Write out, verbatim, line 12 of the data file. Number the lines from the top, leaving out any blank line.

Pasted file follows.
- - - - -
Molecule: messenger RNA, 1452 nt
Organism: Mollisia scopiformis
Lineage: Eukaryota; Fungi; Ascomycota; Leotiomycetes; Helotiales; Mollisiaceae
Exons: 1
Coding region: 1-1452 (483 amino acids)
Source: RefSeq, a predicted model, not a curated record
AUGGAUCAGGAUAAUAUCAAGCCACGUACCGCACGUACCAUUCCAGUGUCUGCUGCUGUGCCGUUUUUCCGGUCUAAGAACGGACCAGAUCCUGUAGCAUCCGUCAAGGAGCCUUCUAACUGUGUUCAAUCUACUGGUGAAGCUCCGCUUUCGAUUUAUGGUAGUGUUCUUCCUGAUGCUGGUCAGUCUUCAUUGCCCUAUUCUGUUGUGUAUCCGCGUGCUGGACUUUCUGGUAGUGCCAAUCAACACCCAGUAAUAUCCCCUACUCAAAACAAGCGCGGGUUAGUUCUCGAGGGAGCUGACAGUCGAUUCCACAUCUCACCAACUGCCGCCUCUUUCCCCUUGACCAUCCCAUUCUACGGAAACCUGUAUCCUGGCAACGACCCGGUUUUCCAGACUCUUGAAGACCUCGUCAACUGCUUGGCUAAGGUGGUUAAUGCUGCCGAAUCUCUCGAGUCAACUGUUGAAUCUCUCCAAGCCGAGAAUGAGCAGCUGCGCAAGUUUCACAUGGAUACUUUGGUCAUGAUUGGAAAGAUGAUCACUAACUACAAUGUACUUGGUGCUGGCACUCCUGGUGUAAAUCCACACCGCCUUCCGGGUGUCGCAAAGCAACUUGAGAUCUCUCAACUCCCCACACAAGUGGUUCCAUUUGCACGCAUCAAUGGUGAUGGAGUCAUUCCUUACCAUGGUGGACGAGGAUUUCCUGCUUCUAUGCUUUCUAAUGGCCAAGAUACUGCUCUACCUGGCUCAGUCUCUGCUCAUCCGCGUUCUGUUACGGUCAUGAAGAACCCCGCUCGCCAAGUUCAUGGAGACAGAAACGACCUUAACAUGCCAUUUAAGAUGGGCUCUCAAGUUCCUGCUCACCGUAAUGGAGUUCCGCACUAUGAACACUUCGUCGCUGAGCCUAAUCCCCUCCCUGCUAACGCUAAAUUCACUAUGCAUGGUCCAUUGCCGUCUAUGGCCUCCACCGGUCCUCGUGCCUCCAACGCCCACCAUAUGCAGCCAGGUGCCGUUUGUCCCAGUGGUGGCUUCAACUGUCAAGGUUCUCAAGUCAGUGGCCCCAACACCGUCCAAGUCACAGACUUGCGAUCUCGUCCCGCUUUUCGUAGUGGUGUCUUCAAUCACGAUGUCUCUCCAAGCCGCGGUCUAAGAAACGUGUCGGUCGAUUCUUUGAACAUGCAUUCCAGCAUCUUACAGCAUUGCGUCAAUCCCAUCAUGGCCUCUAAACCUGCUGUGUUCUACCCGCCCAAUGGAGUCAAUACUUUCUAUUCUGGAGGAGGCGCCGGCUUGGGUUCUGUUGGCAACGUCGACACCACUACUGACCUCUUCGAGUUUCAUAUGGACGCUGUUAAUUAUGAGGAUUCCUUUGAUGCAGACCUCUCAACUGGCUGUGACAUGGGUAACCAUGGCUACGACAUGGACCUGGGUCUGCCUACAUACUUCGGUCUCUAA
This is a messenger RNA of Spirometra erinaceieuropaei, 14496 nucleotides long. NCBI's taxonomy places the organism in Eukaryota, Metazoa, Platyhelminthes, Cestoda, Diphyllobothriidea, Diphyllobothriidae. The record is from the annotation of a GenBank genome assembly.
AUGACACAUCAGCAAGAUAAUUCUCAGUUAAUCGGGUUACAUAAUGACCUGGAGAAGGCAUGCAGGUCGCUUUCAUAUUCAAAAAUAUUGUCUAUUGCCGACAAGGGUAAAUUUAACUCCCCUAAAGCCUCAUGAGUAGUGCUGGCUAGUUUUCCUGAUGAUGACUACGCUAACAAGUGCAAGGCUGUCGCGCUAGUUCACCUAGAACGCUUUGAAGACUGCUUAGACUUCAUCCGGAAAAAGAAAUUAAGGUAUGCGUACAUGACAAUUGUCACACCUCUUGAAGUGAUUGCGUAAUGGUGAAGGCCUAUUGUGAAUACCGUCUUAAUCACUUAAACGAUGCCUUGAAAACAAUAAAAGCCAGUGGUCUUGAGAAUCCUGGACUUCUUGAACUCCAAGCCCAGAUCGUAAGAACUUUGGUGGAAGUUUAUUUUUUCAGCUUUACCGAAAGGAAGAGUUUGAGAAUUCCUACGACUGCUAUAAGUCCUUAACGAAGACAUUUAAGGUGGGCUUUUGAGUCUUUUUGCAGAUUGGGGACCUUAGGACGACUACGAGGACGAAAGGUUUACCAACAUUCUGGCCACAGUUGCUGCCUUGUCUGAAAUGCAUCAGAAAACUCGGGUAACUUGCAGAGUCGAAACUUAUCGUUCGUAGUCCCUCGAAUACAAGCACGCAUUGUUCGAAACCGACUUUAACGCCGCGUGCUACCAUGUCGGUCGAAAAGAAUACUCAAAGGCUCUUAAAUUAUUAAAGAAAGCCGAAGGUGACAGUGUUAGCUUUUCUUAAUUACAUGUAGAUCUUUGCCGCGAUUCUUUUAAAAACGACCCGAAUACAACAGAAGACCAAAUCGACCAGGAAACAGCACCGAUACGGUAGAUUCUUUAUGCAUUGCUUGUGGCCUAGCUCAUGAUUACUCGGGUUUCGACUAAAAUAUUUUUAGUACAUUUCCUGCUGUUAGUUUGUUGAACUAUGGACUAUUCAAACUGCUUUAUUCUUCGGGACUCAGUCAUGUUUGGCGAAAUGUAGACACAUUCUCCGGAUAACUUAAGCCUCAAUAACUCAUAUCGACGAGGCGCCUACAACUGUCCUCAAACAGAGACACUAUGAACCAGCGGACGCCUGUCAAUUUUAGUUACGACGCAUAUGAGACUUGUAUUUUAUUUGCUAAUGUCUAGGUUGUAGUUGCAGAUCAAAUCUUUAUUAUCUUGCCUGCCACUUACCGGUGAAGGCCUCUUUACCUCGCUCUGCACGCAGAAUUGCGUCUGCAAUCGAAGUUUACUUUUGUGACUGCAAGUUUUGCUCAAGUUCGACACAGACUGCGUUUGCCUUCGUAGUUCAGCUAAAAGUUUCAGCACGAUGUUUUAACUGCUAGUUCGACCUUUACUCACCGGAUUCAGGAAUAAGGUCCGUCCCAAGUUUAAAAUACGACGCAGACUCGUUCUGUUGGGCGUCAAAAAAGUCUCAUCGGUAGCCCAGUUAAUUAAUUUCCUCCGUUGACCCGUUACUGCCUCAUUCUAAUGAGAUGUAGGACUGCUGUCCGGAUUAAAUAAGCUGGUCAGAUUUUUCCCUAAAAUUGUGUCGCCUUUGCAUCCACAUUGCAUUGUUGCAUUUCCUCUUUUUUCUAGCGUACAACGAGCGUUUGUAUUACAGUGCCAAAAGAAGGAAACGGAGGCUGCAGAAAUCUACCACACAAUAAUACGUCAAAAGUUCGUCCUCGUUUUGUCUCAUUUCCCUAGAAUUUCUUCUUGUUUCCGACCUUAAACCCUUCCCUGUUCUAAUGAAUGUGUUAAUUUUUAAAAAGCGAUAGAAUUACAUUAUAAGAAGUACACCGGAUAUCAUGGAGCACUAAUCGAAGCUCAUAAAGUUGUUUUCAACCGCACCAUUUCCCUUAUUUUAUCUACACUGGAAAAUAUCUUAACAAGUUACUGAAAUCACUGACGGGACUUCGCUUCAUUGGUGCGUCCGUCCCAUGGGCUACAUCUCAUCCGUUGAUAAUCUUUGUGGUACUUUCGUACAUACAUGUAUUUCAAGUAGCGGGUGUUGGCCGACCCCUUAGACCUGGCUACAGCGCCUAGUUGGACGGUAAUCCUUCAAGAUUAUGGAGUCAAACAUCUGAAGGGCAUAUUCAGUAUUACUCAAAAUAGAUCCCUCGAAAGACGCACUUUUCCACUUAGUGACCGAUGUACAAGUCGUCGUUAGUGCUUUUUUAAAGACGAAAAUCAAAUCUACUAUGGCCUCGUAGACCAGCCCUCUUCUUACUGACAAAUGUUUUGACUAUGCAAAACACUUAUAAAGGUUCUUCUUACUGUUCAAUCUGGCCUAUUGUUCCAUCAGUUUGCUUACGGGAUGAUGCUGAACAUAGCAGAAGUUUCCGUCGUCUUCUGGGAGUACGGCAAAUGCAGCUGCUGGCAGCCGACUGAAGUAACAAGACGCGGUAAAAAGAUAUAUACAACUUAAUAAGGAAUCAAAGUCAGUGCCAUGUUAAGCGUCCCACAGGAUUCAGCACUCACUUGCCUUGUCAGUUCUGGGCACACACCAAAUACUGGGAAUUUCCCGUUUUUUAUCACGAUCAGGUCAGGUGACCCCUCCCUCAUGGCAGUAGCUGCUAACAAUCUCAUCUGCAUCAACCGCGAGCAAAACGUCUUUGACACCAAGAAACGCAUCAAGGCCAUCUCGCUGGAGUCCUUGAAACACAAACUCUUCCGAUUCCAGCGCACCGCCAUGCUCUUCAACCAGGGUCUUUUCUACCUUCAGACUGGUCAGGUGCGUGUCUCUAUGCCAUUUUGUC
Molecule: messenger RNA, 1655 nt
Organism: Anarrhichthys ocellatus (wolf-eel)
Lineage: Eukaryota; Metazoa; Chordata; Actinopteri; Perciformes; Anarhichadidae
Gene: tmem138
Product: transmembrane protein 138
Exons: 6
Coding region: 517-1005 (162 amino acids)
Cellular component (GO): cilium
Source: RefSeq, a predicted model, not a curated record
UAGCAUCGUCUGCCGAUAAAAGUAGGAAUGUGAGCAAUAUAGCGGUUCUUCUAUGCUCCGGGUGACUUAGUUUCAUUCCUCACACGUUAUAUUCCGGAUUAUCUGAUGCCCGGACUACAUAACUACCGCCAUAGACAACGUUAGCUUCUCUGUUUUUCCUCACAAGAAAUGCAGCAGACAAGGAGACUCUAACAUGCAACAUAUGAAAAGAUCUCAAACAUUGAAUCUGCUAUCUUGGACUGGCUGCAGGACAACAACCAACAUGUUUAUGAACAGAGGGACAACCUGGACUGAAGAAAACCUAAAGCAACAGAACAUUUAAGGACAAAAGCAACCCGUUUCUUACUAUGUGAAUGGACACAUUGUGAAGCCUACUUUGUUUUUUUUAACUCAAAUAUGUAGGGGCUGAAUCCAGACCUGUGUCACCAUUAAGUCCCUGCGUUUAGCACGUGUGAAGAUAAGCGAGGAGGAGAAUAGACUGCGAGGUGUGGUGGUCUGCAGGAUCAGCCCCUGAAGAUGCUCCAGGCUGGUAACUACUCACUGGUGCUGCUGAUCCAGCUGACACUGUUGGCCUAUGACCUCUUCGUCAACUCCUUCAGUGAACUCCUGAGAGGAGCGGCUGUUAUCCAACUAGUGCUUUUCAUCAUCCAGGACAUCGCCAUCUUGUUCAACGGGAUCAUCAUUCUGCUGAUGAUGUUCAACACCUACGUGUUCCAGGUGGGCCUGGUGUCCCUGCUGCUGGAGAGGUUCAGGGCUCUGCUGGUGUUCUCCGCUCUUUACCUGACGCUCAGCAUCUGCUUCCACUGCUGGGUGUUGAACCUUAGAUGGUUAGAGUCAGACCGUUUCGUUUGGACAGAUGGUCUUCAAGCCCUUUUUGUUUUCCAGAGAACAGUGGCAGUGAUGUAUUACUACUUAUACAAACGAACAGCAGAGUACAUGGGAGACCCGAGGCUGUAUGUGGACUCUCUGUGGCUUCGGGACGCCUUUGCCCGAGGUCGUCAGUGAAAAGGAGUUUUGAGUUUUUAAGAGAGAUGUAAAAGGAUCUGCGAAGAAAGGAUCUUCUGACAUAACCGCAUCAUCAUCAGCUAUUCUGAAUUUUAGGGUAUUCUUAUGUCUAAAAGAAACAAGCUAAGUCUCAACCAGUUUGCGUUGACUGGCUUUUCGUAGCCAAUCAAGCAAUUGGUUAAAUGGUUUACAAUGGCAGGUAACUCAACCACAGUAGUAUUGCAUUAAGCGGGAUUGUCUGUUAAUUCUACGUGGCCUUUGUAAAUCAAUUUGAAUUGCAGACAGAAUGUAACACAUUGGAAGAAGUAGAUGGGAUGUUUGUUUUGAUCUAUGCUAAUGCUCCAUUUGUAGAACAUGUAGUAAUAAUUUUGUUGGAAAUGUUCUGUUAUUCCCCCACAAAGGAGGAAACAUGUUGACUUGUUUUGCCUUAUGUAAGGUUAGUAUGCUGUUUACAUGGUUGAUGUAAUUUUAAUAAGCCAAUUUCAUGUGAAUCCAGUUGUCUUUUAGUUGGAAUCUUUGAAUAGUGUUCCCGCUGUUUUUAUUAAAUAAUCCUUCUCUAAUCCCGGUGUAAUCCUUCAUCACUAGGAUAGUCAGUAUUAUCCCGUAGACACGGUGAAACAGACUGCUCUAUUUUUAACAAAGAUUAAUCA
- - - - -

Lineage: Eukaryota; Metazoa; Chordata; Actinopteri; Perciformes; Anarhichadidae